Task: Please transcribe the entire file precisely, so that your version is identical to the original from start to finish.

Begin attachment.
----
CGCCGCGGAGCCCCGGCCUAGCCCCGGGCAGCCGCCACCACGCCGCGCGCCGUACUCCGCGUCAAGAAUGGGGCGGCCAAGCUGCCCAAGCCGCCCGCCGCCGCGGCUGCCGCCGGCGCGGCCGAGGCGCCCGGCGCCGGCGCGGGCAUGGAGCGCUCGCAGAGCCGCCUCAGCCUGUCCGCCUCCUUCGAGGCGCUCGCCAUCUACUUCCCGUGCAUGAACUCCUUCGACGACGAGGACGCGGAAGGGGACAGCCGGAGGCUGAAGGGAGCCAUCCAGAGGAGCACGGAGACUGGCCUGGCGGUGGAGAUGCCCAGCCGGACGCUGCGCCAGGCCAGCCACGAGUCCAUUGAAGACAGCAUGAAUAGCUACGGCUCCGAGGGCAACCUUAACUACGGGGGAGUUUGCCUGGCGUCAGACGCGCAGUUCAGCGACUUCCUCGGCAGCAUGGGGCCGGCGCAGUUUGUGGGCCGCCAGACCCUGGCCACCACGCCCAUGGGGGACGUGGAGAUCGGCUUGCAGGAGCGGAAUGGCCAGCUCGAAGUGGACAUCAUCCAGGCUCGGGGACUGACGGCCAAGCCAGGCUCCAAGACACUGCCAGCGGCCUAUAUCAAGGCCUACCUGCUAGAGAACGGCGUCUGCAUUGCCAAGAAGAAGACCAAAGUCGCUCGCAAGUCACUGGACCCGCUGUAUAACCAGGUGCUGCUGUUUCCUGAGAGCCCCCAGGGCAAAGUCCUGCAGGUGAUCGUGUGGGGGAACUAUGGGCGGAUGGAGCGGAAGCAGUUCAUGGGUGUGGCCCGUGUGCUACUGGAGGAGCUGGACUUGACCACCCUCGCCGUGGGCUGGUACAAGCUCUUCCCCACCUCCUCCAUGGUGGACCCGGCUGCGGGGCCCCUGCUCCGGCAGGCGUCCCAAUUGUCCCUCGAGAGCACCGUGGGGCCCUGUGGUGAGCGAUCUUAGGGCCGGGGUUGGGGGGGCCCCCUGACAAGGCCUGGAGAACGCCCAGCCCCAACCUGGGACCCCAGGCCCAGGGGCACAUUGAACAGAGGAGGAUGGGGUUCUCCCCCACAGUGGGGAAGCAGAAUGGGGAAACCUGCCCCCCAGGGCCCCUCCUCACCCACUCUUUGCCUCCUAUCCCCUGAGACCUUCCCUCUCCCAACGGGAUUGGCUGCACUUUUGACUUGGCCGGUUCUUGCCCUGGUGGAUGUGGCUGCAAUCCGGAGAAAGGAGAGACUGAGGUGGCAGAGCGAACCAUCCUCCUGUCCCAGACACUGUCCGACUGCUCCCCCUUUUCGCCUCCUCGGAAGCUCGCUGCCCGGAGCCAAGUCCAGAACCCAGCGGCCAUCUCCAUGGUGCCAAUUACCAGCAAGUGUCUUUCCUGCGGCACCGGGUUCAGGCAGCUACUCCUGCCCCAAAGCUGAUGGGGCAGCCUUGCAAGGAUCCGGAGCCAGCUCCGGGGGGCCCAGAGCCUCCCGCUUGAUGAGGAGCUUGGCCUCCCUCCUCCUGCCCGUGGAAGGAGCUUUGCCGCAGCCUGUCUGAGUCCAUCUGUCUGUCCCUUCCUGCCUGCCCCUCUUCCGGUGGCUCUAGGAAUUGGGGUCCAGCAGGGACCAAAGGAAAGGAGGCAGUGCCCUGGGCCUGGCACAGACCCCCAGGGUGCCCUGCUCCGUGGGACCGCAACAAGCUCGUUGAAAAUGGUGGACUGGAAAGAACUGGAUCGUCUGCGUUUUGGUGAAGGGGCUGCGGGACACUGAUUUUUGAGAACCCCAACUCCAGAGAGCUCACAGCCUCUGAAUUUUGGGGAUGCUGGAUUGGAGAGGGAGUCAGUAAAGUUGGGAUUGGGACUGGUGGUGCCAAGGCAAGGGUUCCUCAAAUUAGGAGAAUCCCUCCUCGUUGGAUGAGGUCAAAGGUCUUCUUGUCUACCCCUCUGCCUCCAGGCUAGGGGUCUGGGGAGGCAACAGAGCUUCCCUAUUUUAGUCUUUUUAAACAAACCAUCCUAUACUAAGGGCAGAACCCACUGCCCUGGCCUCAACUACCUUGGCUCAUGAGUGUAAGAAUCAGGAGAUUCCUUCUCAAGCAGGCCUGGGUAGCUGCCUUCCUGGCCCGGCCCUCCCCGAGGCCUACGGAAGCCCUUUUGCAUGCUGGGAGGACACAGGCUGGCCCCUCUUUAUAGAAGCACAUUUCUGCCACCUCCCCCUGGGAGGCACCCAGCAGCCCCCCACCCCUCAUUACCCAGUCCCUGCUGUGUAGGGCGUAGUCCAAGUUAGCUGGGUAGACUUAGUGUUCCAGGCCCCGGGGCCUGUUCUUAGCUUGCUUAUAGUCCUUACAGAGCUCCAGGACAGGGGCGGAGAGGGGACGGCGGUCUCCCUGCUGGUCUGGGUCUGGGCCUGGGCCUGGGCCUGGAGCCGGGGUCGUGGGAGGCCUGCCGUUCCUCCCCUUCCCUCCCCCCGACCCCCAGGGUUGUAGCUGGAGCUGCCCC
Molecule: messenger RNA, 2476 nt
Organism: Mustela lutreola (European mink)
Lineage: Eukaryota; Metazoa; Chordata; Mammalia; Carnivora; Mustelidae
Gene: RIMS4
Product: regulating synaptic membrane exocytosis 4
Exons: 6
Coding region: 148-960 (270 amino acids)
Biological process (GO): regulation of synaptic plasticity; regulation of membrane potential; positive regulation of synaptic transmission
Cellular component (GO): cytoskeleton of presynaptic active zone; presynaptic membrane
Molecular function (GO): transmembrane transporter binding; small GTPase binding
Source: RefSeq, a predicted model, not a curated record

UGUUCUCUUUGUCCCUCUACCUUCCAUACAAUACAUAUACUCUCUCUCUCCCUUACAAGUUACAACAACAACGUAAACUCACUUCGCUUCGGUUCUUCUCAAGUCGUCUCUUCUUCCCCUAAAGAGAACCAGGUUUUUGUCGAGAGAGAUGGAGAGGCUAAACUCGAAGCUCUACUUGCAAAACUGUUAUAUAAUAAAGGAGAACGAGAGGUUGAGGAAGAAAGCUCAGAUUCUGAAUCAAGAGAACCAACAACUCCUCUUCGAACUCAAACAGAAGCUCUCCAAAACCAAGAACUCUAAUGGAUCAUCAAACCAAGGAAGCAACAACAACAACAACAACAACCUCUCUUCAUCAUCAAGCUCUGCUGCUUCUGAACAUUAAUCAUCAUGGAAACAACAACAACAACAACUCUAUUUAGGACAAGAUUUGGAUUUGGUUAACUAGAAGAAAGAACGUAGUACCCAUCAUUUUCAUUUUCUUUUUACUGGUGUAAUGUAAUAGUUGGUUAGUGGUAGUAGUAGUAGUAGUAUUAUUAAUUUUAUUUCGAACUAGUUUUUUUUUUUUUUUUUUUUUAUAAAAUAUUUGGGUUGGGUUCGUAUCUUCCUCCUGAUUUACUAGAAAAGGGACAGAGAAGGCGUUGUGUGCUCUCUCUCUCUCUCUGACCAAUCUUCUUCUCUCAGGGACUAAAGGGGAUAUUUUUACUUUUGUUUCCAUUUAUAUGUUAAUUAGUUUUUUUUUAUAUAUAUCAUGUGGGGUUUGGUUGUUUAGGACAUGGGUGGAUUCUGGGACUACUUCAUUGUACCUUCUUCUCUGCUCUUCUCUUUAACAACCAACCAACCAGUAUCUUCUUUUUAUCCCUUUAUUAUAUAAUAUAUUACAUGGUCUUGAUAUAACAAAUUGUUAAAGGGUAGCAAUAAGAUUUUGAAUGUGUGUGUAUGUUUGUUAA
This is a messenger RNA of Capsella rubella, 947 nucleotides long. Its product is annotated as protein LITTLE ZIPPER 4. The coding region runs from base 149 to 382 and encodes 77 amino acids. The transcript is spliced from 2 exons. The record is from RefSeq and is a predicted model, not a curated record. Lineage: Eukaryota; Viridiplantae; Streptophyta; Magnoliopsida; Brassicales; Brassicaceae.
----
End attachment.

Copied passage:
CGCCGCGGAGCCCCGGCCUAGCCCCGGGCAGCCGCCACCACGCCGCGCGCCGUACUCCGCGUCAAGAAUGGGGCGGCCAAGCUGCCCAAGCCGCCCGCCGCCGCGGCUGCCGCCGGCGCGGCCGAGGCGCCCGGCGCCGGCGCGGGCAUGGAGCGCUCGCAGAGCCGCCUCAGCCUGUCCGCCUCCUUCGAGGCGCUCGCCAUCUACUUCCCGUGCAUGAACUCCUUCGACGACGAGGACGCGGAAGGGGACAGCCGGAGGCUGAAGGGAGCCAUCCAGAGGAGCACGGAGACUGGCCUGGCGGUGGAGAUGCCCAGCCGGACGCUGCGCCAGGCCAGCCACGAGUCCAUUGAAGACAGCAUGAAUAGCUACGGCUCCGAGGGCAACCUUAACUACGGGGGAGUUUGCCUGGCGUCAGACGCGCAGUUCAGCGACUUCCUCGGCAGCAUGGGGCCGGCGCAGUUUGUGGGCCGCCAGACCCUGGCCACCACGCCCAUGGGGGACGUGGAGAUCGGCUUGCAGGAGCGGAAUGGCCAGCUCGAAGUGGACAUCAUCCAGGCUCGGGGACUGACGGCCAAGCCAGGCUCCAAGACACUGCCAGCGGCCUAUAUCAAGGCCUACCUGCUAGAGAACGGCGUCUGCAUUGCCAAGAAGAAGACCAAAGUCGCUCGCAAGUCACUGGACCCGCUGUAUAACCAGGUGCUGCUGUUUCCUGAGAGCCCCCAGGGCAAAGUCCUGCAGGUGAUCGUGUGGGGGAACUAUGGGCGGAUGGAGCGGAAGCAGUUCAUGGGUGUGGCCCGUGUGCUACUGGAGGAGCUGGACUUGACCACCCUCGCCGUGGGCUGGUACAAGCUCUUCCCCACCUCCUCCAUGGUGGACCCGGCUGCGGGGCCCCUGCUCCGGCAGGCGUCCCAAUUGUCCCUCGAGAGCACCGUGGGGCCCUGUGGUGAGCGAUCUUAGGGCCGGGGUUGGGGGGGCCCCCUGACAAGGCCUGGAGAACGCCCAGCCCCAACCUGGGACCCCAGGCCCAGGGGCACAUUGAACAGAGGAGGAUGGGGUUCUCCCCCACAGUGGGGAAGCAGAAUGGGGAAACCUGCCCCCCAGGGCCCCUCCUCACCCACUCUUUGCCUCCUAUCCCCUGAGACCUUCCCUCUCCCAACGGGAUUGGCUGCACUUUUGACUUGGCCGGUUCUUGCCCUGGUGGAUGUGGCUGCAAUCCGGAGAAAGGAGAGACUGAGGUGGCAGAGCGAACCAUCCUCCUGUCCCAGACACUGUCCGACUGCUCCCCCUUUUCGCCUCCUCGGAAGCUCGCUGCCCGGAGCCAAGUCCAGAACCCAGCGGCCAUCUCCAUGGUGCCAAUUACCAGCAAGUGUCUUUCCUGCGGCACCGGGUUCAGGCAGCUACUCCUGCCCCAAAGCUGAUGGGGCAGCCUUGCAAGGAUCCGGAGCCAGCUCCGGGGGGCCCAGAGCCUCCCGCUUGAUGAGGAGCUUGGCCUCCCUCCUCCUGCCCGUGGAAGGAGCUUUGCCGCAGCCUGUCUGAGUCCAUCUGUCUGUCCCUUCCUGCCUGCCCCUCUUCCGGUGGCUCUAGGAAUUGGGGUCCAGCAGGGACCAAAGGAAAGGAGGCAGUGCCCUGGGCCUGGCACAGACCCCCAGGGUGCCCUGCUCCGUGGGACCGCAACAAGCUCGUUGAAAAUGGUGGACUGGAAAGAACUGGAUCGUCUGCGUUUUGGUGAAGGGGCUGCGGGACACUGAUUUUUGAGAACCCCAACUCCAGAGAGCUCACAGCCUCUGAAUUUUGGGGAUGCUGGAUUGGAGAGGGAGUCAGUAAAGUUGGGAUUGGGACUGGUGGUGCCAAGGCAAGGGUUCCUCAAAUUAGGAGAAUCCCUCCUCGUUGGAUGAGGUCAAAGGUCUUCUUGUCUACCCCUCUGCCUCCAGGCUAGGGGUCUGGGGAGGCAACAGAGCUUCCCUAUUUUAGUCUUUUUAAACAAACCAUCCUAUACUAAGGGCAGAACCCACUGCCCUGGCCUCAACUACCUUGGCUCAUGAGUGUAAGAAUCAGGAGAUUCCUUCUCAAGCAGGCCUGGGUAGCUGCCUUCCUGGCCCGGCCCUCCCCGAGGCCUACGGAAGCCCUUUUGCAUGCUGGGAGGACACAGGCUGGCCCCUCUUUAUAGAAGCACAUUUCUGCCACCUCCCCCUGGGAGGCACCCAGCAGCCCCCCACCCCUCAUUACCCAGUCCCUGCUGUGUAGGGCGUAGUCCAAGUUAGCUGGGUAGACUUAGUGUUCCAGGCCCCGGGGCCUGUUCUUAGCUUGCUUAUAGUCCUUACAGAGCUCCAGGACAGGGGCGGAGAGGGGACGGCGGUCUCCCUGCUGGUCUGGGUCUGGGCCUGGGCCUGGGCCUGGAGCCGGGGUCGUGGGAGGCCUGCCGUUCCUCCCCUUCCCUCCCCCCGACCCCCAGGGUUGUAGCUGGAGCUGCCCC
Molecule: messenger RNA, 2476 nt
Organism: Mustela lutreola (European mink)
Lineage: Eukaryota; Metazoa; Chordata; Mammalia; Carnivora; Mustelidae
Gene: RIMS4
Product: regulating synaptic membrane exocytosis 4
Exons: 6
Coding region: 148-960 (270 amino acids)
Biological process (GO): regulation of synaptic plasticity; regulation of membrane potential; positive regulation of synaptic transmission
Cellular component (GO): cytoskeleton of presynaptic active zone; presynaptic membrane
Molecular function (GO): transmembrane transporter binding; small GTPase binding
Source: RefSeq, a predicted model, not a curated record

UGUUCUCUUUGUCCCUCUACCUUCCAUACAAUACAUAUACUCUCUCUCUCCCUUACAAGUUACAACAACAACGUAAACUCACUUCGCUUCGGUUCUUCUCAAGUCGUCUCUUCUUCCCCUAAAGAGAACCAGGUUUUUGUCGAGAGAGAUGGAGAGGCUAAACUCGAAGCUCUACUUGCAAAACUGUUAUAUAAUAAAGGAGAACGAGAGGUUGAGGAAGAAAGCUCAGAUUCUGAAUCAAGAGAACCAACAACUCCUCUUCGAACUCAAACAGAAGCUCUCCAAAACCAAGAACUCUAAUGGAUCAUCAAACCAAGGAAGCAACAACAACAACAACAACAACCUCUCUUCAUCAUCAAGCUCUGCUGCUUCUGAACAUUAAUCAUCAUGGAAACAACAACAACAACAACUCUAUUUAGGACAAGAUUUGGAUUUGGUUAACUAGAAGAAAGAACGUAGUACCCAUCAUUUUCAUUUUCUUUUUACUGGUGUAAUGUAAUAGUUGGUUAGUGGUAGUAGUAGUAGUAGUAUUAUUAAUUUUAUUUCGAACUAGUUUUUUUUUUUUUUUUUUUUUAUAAAAUAUUUGGGUUGGGUUCGUAUCUUCCUCCUGAUUUACUAGAAAAGGGACAGAGAAGGCGUUGUGUGCUCUCUCUCUCUCUCUGACCAAUCUUCUUCUCUCAGGGACUAAAGGGGAUAUUUUUACUUUUGUUUCCAUUUAUAUGUUAAUUAGUUUUUUUUUAUAUAUAUCAUGUGGGGUUUGGUUGUUUAGGACAUGGGUGGAUUCUGGGACUACUUCAUUGUACCUUCUUCUCUGCUCUUCUCUUUAACAACCAACCAACCAGUAUCUUCUUUUUAUCCCUUUAUUAUAUAAUAUAUUACAUGGUCUUGAUAUAACAAAUUGUUAAAGGGUAGCAAUAAGAUUUUGAAUGUGUGUGUAUGUUUGUUAA
This is a messenger RNA of Capsella rubella, 947 nucleotides long. Its product is annotated as protein LITTLE ZIPPER 4. The coding region runs from base 149 to 382 and encodes 77 amino acids. The transcript is spliced from 2 exons. The record is from RefSeq and is a predicted model, not a curated record. Lineage: Eukaryota; Viridiplantae; Streptophyta; Magnoliopsida; Brassicales; Brassicaceae.